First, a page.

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Adam Ferrari, Founder of Ferrari Energy Comments On What to do After Receiving an Oil and Gas Lease Proposal

Originally published on

Mineral owners are contacted every day in regards to leasing oil and gas mineral interests. There is a ton of upside to this, but unfortunately, many of these mineral owners fail to do their homework and miss out on an opportunity. Those who are willing to do their research can maximize the benefits of their mineral rights—and in this article—Adam Ferrari, CEO of mineral acquisitions company Ferrari Energy, gives critical information that explains how to do so.

Considering All the Factors

The negotiation process for an oil and gas lease takes time. It requires knowledge, patience, and a balanced mindset. Many individuals who receive an oil and gas lease proposal in the mail immediately start gushing with emotion and make early signing decisions based on price alone. However, bonus payment and royalty percentages are not the only things that matter. Everything in the lease is negotiable. There may be cases when you own both surface and mineral rights, making certain term implications quite important—possibly even more important pricing structures.

Never sign a lease deal until the deal is thoroughly discussed, negotiated, and understood. Oil, gas, and mineral lease negotiations progress through time. Once you sign the lease, you are tied into a legally binding document—you want the terms to benefit you. That doesn’t mean you have to rush out to hire a lawyer (as hiring one too early can lead to unnecessary incurred fees), but you will want to open discussions before you jump in.

Determining Important Aspects of the Deal

Upon receiving an oil and gas lease proposal, you should see if other family members have been contacted. Other members of your family will likely be in the mix, and speaking as a unified voice to the oil company will allow you to come up with a more thorough plan in negotiations. Especially if the mineral interest is considerable, you’ll be more likely to get a better deal.

You should also understand exactly who you have been contacted by in regards to your mineral rights. It could be a contract leasing agent independent from the oil company, an employee of the oil company, or an entrepreneur/middleman looking to flip the land for profit. By knowing who you are in contact with, there will be increased leverage opportunities during the negotiation process. This can be as simple as conducting a Google search of the name of the person who has contacted you.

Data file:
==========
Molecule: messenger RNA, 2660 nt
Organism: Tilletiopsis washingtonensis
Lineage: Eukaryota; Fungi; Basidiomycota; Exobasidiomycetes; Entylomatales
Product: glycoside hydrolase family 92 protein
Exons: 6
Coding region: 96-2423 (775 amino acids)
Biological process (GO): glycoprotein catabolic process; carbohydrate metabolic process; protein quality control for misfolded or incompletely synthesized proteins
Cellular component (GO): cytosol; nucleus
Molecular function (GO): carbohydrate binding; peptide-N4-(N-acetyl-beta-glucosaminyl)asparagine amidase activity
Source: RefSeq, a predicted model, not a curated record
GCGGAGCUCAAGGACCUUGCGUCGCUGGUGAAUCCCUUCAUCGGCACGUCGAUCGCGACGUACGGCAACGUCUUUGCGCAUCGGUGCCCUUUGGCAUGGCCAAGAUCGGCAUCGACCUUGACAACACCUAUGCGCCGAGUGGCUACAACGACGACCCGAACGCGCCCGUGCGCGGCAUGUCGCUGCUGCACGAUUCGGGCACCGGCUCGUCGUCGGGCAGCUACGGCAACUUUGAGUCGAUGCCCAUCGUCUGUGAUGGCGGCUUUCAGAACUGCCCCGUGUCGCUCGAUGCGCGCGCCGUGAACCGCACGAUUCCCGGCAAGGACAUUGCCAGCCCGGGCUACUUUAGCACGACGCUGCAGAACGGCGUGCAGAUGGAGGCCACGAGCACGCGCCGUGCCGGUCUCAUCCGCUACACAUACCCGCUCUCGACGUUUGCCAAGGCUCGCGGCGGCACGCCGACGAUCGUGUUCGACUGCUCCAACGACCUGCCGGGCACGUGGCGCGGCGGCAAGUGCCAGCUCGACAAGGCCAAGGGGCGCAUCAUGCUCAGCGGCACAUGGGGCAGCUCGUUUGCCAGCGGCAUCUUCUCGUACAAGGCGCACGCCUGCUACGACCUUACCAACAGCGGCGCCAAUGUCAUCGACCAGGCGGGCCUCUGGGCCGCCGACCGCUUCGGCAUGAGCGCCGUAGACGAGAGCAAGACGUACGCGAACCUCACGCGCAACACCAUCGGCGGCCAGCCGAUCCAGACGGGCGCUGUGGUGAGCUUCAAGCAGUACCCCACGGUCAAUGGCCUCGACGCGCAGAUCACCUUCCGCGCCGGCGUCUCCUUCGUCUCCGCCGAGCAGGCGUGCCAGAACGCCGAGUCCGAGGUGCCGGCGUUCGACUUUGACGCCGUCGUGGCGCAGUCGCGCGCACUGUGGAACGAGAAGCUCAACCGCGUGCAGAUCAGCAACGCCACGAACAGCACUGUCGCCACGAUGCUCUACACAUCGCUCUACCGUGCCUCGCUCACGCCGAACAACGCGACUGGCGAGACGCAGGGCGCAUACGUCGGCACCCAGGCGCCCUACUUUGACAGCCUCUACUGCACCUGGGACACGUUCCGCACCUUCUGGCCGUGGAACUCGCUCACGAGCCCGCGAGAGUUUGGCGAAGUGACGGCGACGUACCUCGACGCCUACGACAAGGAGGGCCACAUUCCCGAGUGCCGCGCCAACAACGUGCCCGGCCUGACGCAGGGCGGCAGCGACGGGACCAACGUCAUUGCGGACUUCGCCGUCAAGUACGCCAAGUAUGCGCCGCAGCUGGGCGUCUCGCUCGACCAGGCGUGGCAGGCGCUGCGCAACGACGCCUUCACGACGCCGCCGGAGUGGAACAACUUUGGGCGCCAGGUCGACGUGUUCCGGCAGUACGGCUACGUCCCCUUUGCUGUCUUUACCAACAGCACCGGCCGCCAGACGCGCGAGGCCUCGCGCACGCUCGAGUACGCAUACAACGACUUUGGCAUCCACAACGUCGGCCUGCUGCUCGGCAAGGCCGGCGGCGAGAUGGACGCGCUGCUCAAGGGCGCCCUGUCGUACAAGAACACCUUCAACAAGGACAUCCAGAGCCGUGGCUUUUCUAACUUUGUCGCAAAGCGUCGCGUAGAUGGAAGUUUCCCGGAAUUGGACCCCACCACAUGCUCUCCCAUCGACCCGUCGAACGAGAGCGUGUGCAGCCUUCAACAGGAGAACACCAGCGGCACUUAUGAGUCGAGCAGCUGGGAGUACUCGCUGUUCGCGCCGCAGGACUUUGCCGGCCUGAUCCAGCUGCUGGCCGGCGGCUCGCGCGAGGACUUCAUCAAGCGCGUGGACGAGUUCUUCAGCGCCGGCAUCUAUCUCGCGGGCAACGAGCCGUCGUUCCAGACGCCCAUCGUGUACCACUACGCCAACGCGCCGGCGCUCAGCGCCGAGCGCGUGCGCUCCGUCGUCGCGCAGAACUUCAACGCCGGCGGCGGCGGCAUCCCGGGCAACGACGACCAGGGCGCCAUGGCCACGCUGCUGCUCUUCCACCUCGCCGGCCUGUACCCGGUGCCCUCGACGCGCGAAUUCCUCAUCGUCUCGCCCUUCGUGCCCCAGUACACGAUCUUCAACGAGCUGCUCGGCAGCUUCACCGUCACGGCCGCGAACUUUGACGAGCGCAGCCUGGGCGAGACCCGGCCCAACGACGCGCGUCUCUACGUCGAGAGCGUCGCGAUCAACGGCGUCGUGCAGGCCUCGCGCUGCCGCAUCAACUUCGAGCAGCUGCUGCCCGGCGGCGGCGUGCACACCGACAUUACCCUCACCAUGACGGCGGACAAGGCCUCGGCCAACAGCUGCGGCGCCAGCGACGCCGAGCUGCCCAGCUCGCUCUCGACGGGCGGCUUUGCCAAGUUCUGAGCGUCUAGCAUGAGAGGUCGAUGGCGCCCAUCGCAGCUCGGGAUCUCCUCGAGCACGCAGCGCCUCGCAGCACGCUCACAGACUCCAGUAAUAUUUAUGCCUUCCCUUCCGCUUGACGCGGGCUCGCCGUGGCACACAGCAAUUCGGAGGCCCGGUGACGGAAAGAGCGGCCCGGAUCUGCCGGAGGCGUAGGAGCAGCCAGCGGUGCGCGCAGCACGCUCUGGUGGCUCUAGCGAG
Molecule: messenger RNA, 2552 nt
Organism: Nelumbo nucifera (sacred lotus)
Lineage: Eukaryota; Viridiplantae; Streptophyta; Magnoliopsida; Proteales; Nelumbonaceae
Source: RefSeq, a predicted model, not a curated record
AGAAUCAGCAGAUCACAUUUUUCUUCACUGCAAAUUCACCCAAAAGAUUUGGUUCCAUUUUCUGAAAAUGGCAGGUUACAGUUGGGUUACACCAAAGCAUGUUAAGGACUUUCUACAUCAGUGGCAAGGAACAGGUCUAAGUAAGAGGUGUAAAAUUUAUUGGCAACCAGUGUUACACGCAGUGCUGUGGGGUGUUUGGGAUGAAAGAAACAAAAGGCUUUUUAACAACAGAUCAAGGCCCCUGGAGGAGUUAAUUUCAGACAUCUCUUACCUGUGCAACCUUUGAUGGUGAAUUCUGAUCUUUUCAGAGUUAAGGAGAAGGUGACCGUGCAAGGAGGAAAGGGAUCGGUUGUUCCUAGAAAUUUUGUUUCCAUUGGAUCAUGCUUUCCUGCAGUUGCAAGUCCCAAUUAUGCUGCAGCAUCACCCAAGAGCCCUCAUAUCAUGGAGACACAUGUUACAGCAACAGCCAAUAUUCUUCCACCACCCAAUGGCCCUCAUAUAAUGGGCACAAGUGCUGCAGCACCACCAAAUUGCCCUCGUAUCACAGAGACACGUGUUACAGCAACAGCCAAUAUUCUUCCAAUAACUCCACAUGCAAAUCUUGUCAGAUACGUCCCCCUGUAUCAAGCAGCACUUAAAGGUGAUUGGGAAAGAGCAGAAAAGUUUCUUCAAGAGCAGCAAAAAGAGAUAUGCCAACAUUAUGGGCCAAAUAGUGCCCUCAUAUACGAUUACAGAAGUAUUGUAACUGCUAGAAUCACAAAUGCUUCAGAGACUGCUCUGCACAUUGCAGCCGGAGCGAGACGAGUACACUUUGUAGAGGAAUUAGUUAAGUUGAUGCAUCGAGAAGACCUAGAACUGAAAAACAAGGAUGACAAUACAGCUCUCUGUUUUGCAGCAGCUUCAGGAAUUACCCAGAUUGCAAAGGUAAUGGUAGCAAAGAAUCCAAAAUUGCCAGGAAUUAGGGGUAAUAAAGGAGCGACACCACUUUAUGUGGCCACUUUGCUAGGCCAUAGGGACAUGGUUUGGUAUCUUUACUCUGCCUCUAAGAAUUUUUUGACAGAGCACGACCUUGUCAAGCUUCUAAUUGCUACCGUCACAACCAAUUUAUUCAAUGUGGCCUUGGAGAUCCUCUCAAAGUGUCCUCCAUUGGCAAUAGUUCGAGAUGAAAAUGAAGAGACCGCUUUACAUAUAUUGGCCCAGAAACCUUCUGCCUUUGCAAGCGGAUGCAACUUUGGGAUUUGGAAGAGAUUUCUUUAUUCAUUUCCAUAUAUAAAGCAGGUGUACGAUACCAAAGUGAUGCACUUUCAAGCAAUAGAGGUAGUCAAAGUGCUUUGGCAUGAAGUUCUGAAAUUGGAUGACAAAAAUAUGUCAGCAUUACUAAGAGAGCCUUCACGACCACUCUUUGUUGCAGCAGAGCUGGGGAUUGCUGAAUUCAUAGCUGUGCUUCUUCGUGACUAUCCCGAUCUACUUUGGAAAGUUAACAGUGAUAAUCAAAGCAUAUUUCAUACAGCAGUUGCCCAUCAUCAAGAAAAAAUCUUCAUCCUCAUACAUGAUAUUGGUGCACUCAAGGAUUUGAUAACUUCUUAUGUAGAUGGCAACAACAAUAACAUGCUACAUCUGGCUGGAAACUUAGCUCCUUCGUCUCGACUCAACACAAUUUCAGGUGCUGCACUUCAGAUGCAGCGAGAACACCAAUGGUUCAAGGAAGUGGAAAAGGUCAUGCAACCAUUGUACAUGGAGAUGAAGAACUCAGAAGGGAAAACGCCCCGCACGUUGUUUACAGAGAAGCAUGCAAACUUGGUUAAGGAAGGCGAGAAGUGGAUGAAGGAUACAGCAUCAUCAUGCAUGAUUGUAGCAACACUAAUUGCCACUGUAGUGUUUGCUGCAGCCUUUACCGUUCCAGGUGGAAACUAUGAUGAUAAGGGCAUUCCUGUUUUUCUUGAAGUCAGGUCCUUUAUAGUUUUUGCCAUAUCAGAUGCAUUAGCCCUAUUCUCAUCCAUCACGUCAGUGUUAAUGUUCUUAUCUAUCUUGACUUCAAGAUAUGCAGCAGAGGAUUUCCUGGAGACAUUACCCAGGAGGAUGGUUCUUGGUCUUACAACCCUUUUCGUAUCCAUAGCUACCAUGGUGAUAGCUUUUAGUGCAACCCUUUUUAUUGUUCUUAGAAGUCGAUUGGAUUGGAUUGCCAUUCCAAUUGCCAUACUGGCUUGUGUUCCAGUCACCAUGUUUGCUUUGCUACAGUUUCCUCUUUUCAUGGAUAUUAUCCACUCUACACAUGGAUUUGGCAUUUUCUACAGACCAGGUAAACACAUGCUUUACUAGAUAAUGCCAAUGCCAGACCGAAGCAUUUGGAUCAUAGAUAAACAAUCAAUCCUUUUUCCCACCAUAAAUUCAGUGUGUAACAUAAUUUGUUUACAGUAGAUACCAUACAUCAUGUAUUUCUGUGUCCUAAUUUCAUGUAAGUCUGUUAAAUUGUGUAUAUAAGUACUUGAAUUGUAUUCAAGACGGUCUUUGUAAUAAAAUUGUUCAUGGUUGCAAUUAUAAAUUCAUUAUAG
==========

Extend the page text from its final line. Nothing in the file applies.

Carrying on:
As always, be as respectful as you can. Good manners, courtesy, and integrity can go a long way in building a relationship headed into negotiations.

Negotiating oil and gas lease proposals takes time. If you have been contacted about mineral deposits, it’s essential to gather all necessary information and be patient throughout the process. With the right approach, you have the opportunity to walk away with a large sum of cash that you may not have even known you had!

About Adam Ferrari

Adam Ferrari is the founder of the mineral acquisitions company Ferrari Energy. He is a chemical engineer by degree and is an accomplished petroleum engineer by profession. He also has experience in the financial sector through his work at an investment banking firm. Under his leadership, his company has supported numerous charitable organizations, including St. Jude Children’s Hospital, Freedom Service Dogs, Denver Rescue Mission, Coats for Colorado, and Next Steps of Chicago.